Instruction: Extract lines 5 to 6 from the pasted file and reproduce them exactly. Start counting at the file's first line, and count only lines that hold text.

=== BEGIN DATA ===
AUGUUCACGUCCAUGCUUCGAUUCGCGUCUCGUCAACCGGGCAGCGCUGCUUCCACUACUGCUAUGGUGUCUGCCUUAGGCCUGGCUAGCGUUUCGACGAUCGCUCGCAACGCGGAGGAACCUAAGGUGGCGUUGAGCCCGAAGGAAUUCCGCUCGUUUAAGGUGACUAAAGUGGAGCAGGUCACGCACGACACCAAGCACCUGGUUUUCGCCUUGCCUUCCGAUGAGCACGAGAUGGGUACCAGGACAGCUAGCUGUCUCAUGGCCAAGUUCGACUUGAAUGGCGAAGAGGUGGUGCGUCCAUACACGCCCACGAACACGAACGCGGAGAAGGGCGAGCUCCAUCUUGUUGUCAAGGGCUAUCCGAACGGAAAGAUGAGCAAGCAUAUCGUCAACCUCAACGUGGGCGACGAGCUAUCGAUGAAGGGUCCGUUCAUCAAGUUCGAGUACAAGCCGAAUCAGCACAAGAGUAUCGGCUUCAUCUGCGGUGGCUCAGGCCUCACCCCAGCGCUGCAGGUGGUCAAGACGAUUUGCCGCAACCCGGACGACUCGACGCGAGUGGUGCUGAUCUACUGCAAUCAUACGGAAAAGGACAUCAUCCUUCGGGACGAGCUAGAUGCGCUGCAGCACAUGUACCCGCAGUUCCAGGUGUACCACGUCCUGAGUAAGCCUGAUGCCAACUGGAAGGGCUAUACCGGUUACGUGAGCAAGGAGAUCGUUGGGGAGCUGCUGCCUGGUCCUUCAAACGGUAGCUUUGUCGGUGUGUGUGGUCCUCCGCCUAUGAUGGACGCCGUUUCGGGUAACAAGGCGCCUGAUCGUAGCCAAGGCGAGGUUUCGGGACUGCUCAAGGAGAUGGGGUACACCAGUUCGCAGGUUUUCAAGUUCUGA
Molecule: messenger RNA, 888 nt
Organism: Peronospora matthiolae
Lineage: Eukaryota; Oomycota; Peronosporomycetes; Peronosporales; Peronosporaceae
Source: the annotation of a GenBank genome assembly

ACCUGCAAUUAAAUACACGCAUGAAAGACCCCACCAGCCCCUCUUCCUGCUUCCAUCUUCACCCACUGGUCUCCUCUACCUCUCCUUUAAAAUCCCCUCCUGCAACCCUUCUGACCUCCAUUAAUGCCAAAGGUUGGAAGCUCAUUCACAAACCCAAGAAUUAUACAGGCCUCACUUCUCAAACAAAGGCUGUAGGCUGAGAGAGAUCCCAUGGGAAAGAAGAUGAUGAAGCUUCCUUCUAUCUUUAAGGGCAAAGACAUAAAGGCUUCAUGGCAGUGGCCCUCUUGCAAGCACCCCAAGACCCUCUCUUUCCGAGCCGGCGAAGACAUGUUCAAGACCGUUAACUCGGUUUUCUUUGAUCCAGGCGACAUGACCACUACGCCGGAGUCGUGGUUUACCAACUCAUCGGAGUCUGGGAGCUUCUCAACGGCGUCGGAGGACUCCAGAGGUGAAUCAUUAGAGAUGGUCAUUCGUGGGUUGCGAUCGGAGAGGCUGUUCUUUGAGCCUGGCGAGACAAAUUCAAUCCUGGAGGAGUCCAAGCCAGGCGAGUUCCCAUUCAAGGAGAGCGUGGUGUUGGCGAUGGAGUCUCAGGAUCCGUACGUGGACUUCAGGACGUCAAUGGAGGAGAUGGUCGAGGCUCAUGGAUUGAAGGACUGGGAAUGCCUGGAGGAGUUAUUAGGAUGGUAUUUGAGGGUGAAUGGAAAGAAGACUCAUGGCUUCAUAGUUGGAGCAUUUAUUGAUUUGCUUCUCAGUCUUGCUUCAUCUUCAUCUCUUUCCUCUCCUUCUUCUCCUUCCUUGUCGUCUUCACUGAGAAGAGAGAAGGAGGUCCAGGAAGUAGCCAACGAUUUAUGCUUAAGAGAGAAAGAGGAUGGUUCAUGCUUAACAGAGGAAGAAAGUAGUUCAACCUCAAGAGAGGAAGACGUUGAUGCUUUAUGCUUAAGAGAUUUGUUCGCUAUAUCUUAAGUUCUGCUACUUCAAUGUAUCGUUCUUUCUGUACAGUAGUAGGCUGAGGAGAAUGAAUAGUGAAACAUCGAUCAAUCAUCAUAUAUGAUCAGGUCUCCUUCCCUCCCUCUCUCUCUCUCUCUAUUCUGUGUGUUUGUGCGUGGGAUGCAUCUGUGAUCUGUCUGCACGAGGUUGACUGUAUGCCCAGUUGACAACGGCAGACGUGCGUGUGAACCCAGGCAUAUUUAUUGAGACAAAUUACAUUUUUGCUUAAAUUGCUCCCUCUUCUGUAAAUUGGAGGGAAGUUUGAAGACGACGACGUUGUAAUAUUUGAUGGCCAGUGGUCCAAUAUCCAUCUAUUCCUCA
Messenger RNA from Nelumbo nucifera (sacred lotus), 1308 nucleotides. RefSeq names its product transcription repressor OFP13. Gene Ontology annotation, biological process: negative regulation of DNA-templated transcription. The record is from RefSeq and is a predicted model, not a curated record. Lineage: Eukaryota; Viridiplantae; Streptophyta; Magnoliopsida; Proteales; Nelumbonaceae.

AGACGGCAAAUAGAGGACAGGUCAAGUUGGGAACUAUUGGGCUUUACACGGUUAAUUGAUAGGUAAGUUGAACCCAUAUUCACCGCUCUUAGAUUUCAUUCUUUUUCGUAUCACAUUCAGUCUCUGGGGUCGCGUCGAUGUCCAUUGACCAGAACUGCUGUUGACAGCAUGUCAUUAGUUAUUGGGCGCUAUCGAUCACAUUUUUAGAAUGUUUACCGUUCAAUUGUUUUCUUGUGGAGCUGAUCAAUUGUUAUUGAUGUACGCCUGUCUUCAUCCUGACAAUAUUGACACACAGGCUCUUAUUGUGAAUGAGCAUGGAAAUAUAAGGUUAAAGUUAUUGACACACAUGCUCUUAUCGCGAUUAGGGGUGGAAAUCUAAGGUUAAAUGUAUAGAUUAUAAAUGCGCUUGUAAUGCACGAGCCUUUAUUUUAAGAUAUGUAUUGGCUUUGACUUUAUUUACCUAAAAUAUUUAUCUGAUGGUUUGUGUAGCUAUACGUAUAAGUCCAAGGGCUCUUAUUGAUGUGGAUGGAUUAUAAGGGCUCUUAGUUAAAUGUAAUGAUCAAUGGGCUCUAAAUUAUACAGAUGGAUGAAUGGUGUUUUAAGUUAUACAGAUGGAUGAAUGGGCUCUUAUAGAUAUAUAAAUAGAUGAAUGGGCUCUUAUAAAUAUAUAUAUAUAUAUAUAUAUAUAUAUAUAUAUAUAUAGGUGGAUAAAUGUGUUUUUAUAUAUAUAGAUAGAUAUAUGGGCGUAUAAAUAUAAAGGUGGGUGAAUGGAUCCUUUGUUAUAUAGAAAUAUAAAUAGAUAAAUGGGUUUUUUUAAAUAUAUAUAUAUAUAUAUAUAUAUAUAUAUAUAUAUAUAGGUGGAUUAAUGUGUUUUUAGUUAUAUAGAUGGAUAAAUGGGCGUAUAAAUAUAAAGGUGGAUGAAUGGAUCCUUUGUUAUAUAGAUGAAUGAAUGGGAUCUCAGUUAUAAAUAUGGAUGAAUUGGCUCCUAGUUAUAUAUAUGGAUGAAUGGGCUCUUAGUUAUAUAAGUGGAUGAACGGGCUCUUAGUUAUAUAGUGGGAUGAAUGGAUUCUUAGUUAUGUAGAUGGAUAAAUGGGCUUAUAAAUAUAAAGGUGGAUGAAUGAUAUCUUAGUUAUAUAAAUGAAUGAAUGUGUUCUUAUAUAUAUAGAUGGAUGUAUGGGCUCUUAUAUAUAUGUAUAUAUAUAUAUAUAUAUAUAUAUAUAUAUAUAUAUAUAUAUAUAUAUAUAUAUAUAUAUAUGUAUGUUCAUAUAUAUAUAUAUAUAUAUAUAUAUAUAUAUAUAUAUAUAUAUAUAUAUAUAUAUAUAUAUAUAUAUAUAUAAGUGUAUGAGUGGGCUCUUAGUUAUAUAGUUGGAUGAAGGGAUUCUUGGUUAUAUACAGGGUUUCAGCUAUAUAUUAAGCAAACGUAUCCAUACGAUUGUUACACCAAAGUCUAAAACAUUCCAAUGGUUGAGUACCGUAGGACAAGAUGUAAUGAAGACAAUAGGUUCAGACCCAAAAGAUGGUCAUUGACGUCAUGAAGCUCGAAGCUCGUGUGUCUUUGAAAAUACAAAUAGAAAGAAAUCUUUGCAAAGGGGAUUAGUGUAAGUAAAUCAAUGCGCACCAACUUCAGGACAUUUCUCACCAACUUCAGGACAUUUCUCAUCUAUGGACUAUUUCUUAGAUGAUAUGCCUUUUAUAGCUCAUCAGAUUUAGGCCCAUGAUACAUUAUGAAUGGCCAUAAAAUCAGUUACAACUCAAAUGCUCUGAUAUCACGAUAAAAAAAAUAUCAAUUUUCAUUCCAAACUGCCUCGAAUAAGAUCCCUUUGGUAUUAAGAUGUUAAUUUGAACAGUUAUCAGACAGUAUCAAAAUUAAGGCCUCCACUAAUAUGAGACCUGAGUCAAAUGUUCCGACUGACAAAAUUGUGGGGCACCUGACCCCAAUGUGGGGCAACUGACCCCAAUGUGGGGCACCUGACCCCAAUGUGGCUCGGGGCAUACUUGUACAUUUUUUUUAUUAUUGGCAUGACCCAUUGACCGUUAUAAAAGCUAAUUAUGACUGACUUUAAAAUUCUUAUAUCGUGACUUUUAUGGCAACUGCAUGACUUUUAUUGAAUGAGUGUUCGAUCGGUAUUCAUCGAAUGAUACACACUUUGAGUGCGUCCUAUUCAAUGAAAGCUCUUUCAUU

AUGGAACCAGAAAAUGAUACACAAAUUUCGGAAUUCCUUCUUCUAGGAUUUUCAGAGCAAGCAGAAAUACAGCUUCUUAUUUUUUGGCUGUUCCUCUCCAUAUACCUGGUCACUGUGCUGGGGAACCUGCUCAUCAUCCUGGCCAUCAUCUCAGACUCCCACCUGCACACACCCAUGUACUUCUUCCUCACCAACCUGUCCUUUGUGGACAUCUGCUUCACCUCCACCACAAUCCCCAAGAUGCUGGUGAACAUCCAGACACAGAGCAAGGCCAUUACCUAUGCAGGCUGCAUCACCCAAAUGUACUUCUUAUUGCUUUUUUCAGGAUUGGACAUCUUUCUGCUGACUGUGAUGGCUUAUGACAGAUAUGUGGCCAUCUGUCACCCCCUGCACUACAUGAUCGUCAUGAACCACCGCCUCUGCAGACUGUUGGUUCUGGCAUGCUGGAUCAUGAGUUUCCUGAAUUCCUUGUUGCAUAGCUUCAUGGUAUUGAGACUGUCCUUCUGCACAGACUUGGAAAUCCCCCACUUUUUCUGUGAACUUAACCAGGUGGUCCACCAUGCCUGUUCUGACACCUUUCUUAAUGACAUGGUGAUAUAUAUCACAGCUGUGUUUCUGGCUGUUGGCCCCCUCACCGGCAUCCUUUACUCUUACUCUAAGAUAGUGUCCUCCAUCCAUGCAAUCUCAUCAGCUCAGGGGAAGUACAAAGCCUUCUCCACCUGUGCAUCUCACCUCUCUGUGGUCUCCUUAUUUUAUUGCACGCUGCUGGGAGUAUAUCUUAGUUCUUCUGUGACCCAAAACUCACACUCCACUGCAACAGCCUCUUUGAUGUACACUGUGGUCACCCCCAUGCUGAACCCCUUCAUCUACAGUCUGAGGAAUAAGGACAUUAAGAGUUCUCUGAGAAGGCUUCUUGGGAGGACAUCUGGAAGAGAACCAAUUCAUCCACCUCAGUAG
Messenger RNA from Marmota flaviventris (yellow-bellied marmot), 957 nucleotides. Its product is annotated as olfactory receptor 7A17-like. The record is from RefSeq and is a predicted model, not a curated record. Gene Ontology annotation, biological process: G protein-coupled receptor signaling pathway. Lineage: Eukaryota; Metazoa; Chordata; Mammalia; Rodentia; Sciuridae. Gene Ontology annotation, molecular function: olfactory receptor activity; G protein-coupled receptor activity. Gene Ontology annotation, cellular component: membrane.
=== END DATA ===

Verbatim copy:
Source: the annotation of a GenBank genome assembly

ACCUGCAAUUAAAUACACGCAUGAAAGACCCCACCAGCCCCUCUUCCUGCUUCCAUCUUCACCCACUGGUCUCCUCUACCUCUCCUUUAAAAUCCCCUCCUGCAACCCUUCUGACCUCCAUUAAUGCCAAAGGUUGGAAGCUCAUUCACAAACCCAAGAAUUAUACAGGCCUCACUUCUCAAACAAAGGCUGUAGGCUGAGAGAGAUCCCAUGGGAAAGAAGAUGAUGAAGCUUCCUUCUAUCUUUAAGGGCAAAGACAUAAAGGCUUCAUGGCAGUGGCCCUCUUGCAAGCACCCCAAGACCCUCUCUUUCCGAGCCGGCGAAGACAUGUUCAAGACCGUUAACUCGGUUUUCUUUGAUCCAGGCGACAUGACCACUACGCCGGAGUCGUGGUUUACCAACUCAUCGGAGUCUGGGAGCUUCUCAACGGCGUCGGAGGACUCCAGAGGUGAAUCAUUAGAGAUGGUCAUUCGUGGGUUGCGAUCGGAGAGGCUGUUCUUUGAGCCUGGCGAGACAAAUUCAAUCCUGGAGGAGUCCAAGCCAGGCGAGUUCCCAUUCAAGGAGAGCGUGGUGUUGGCGAUGGAGUCUCAGGAUCCGUACGUGGACUUCAGGACGUCAAUGGAGGAGAUGGUCGAGGCUCAUGGAUUGAAGGACUGGGAAUGCCUGGAGGAGUUAUUAGGAUGGUAUUUGAGGGUGAAUGGAAAGAAGACUCAUGGCUUCAUAGUUGGAGCAUUUAUUGAUUUGCUUCUCAGUCUUGCUUCAUCUUCAUCUCUUUCCUCUCCUUCUUCUCCUUCCUUGUCGUCUUCACUGAGAAGAGAGAAGGAGGUCCAGGAAGUAGCCAACGAUUUAUGCUUAAGAGAGAAAGAGGAUGGUUCAUGCUUAACAGAGGAAGAAAGUAGUUCAACCUCAAGAGAGGAAGACGUUGAUGCUUUAUGCUUAAGAGAUUUGUUCGCUAUAUCUUAAGUUCUGCUACUUCAAUGUAUCGUUCUUUCUGUACAGUAGUAGGCUGAGGAGAAUGAAUAGUGAAACAUCGAUCAAUCAUCAUAUAUGAUCAGGUCUCCUUCCCUCCCUCUCUCUCUCUCUCUAUUCUGUGUGUUUGUGCGUGGGAUGCAUCUGUGAUCUGUCUGCACGAGGUUGACUGUAUGCCCAGUUGACAACGGCAGACGUGCGUGUGAACCCAGGCAUAUUUAUUGAGACAAAUUACAUUUUUGCUUAAAUUGCUCCCUCUUCUGUAAAUUGGAGGGAAGUUUGAAGACGACGACGUUGUAAUAUUUGAUGGCCAGUGGUCCAAUAUCCAUCUAUUCCUCA